Public education in Canada is changing. New education programs are being funded around technology and coding. Full-day kindergarten is being implemented and tested. Report cards and the skills children are evaluated on are being adapted to reflect different values and focuses. All these changes reflect a recognition that public education in Canada needs to change to prepare children with different skills, knowledge, and learning environments.
Systemic changes to public education in Canada may continue, with renewed appetite to measure outcomes and implement improvements.
It may take time for the results of these changes to become apparent.
Kids may face unstable school conditions in the next few decades as these changes and others get implemented and revised.
How new is this trend?
This is regularly in the news or seen on social media. If you haven’t already heard about this, you probably will soon.
- Government of Canada offers CanCode Funding
- Elementary public education shifting toward more Individualized offerings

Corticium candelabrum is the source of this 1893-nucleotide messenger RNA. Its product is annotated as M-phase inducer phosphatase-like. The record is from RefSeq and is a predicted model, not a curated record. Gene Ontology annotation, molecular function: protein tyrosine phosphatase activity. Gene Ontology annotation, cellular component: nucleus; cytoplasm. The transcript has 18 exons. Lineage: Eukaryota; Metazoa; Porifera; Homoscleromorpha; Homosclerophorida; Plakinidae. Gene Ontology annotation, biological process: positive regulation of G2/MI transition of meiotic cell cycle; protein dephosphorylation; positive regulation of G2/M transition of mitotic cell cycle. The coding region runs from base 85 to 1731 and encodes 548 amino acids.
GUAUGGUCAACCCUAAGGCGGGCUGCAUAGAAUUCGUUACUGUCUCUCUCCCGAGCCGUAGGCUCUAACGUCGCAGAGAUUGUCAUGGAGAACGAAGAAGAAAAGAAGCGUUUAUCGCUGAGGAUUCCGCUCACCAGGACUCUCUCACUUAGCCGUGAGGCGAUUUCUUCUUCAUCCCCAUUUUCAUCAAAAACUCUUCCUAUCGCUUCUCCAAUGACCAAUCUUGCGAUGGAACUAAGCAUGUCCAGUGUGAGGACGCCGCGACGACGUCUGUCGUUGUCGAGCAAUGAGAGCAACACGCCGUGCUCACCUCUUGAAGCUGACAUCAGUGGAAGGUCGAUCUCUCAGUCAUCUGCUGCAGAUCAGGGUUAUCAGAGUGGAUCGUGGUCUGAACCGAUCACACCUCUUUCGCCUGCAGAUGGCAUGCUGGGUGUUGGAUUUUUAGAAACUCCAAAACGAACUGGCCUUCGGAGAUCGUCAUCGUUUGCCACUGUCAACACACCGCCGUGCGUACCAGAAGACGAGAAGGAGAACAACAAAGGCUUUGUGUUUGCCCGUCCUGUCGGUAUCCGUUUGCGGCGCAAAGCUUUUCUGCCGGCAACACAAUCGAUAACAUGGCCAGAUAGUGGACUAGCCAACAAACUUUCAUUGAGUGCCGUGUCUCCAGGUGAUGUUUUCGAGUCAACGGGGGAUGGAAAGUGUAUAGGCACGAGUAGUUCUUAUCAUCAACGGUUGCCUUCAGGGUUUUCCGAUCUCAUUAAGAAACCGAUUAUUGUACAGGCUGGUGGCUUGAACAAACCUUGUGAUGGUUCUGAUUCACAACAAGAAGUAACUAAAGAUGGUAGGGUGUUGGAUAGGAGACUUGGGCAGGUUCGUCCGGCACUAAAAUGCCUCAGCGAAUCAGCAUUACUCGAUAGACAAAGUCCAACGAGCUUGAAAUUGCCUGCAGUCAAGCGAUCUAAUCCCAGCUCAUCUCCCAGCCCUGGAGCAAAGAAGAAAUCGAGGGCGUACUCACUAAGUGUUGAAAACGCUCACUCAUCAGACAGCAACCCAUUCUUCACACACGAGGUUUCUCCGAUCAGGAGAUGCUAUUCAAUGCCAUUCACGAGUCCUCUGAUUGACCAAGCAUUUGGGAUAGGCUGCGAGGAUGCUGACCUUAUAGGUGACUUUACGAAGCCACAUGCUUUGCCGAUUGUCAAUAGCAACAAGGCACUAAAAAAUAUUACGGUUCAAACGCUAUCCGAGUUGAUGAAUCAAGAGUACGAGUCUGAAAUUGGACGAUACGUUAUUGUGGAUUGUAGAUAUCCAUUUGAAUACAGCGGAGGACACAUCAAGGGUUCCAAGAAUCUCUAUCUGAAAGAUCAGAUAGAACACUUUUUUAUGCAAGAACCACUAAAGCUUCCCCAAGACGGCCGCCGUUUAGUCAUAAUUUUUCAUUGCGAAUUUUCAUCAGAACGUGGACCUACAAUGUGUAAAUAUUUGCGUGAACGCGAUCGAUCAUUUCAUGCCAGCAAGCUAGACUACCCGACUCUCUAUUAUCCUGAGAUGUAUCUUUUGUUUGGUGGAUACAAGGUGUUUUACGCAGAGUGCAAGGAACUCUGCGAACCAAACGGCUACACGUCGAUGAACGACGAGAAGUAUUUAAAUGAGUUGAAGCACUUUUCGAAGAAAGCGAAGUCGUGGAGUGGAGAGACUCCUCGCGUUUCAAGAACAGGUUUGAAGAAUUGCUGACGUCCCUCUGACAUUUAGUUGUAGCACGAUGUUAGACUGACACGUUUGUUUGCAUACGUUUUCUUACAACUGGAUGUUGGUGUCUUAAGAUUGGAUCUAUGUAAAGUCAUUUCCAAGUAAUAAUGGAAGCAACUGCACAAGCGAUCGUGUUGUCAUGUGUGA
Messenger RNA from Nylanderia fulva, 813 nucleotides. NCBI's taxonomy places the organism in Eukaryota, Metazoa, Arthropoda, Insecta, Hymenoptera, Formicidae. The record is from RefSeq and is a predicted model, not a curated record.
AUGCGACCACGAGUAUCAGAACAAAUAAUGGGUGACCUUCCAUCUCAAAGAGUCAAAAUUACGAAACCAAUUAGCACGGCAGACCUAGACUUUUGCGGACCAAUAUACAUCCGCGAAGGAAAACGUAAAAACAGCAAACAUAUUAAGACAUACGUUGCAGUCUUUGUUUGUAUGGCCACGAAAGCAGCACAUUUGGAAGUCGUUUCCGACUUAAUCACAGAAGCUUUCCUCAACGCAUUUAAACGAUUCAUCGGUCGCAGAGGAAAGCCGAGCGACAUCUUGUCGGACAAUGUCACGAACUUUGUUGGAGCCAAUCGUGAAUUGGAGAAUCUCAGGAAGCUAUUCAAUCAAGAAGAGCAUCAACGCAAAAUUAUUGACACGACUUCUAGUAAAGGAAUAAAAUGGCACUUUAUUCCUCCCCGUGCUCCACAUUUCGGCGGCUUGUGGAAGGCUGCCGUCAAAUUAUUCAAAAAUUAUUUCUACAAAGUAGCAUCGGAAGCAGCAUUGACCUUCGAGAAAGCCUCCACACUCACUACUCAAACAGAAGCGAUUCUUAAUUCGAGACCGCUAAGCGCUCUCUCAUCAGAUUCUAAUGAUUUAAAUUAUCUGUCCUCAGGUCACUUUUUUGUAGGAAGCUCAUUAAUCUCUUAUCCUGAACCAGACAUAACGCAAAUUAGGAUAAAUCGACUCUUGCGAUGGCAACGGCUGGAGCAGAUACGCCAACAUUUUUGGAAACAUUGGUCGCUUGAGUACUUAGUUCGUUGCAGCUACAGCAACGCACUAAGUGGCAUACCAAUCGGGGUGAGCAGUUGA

- Full-day kindergarten works, and should be extended across the country: Editorial
- The Joyful, Illiterate Kindergartners of Finland
- Report card, curriculum changes on the way in Ontario
What's driving these trends?
Drivers are forces that create change. These can be things like shifting populations and demographics of an area, or cultural movements and stories that we rely on to shape how we believe. Drivers are often the “causes” behind the trends and signals we observe through our scan.
Integration of Technology
Technology, particularly computing devices and capabilities are becoming more pervasive and embedded in all aspects of our lives and society. This rapid acceptance of technology is forcing many industries, communities and individuals to change in a variety of ways.
Deformalization is the transition from formal structures, processes, and institutions, to informal ones. Deformalization is enabled in many cases by technology and is occurring as people question traditional views and ways of doing things
Mechanistic to Holistic Thinking
Since the Industrial Revolution, Western society has embraced a mechanistic view of organizations and communities, breaking systems down and defining a system by its specific parts. A shift is occurring towards holistic thinking, which addresses the complexity, ambiguity and connections between elements within a system. This shift is changing the ways we understand and approach the world around us.